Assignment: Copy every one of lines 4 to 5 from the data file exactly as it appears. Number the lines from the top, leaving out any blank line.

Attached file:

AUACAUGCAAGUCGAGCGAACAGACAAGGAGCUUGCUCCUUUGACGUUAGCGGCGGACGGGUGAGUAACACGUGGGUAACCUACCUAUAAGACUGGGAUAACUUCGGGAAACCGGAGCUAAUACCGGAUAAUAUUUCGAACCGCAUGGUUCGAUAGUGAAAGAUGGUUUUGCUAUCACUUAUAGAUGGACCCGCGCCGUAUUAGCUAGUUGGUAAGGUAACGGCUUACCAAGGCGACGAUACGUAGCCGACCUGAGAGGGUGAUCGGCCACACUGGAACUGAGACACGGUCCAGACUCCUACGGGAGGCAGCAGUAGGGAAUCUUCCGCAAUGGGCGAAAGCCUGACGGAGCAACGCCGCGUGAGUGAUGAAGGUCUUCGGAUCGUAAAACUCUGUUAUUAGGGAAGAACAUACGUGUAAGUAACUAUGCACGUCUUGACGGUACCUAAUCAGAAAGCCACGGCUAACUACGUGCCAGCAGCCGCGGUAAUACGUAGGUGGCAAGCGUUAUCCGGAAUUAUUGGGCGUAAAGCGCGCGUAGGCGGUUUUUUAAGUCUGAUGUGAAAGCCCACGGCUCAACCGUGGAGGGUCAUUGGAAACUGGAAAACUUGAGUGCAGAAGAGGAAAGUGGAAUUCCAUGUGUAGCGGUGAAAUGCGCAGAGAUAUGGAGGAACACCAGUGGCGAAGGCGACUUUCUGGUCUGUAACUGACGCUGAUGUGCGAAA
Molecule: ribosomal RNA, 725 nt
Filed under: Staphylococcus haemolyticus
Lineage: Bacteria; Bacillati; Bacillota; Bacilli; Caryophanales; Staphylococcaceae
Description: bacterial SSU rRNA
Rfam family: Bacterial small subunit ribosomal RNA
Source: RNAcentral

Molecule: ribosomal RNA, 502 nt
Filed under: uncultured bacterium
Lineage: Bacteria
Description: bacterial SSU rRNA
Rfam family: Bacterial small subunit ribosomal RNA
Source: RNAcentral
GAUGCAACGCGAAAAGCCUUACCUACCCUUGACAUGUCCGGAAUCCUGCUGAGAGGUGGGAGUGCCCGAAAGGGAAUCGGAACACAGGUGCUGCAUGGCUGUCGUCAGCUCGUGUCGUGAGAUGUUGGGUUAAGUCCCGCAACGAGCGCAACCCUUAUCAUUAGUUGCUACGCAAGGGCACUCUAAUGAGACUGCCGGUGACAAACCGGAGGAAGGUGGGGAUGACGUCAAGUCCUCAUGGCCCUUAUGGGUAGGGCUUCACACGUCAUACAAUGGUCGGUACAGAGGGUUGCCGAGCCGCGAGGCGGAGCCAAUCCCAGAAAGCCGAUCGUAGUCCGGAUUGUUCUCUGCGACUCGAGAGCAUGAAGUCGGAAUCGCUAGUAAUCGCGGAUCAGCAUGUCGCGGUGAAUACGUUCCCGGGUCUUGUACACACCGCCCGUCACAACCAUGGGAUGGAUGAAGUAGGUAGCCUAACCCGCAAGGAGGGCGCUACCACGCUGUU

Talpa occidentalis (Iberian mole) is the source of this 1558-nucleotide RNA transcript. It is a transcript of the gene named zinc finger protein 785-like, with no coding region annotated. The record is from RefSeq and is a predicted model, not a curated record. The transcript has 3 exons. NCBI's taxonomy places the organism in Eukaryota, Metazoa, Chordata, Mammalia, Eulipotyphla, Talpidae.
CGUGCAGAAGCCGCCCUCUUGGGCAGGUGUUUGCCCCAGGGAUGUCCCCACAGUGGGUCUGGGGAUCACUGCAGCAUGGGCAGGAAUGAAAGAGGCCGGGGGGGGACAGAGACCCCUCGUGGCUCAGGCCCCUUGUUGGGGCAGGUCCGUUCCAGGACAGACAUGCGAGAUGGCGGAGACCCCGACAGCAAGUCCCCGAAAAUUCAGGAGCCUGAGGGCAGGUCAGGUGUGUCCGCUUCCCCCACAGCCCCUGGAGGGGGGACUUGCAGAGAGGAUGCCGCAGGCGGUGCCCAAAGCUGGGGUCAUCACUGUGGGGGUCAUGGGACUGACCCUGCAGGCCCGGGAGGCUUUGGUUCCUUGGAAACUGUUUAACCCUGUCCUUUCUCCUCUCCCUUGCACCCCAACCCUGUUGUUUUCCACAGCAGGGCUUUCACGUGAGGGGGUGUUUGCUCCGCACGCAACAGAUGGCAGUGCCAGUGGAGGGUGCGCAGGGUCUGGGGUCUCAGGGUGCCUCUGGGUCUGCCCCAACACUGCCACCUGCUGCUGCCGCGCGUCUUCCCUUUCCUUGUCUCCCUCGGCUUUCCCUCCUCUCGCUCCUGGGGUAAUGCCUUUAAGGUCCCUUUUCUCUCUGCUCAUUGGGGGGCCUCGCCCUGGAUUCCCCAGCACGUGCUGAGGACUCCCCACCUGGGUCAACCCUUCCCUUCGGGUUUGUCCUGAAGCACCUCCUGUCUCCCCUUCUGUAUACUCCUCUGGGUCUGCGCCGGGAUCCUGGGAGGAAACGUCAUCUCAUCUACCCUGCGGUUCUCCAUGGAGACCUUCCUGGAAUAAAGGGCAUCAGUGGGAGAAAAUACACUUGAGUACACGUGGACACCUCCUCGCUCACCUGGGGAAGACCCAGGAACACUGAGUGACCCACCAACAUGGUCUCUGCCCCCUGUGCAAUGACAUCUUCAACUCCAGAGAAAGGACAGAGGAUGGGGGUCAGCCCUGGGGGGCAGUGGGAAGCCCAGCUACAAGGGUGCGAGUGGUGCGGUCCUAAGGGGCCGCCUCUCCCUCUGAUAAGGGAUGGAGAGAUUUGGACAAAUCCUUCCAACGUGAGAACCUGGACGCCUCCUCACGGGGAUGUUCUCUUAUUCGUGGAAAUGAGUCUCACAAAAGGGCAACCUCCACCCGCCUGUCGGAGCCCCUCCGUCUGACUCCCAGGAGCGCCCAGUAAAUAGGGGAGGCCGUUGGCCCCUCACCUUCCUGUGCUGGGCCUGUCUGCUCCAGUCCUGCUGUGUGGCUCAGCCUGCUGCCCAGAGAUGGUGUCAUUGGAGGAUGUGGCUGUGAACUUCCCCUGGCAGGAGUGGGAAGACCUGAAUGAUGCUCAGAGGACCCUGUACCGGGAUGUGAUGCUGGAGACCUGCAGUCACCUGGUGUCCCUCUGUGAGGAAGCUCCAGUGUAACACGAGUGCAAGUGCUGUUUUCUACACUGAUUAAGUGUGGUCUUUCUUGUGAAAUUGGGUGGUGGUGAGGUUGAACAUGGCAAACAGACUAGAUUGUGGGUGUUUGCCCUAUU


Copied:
Lineage: Bacteria; Bacillati; Bacillota; Bacilli; Caryophanales; Staphylococcaceae
Description: bacterial SSU rRNA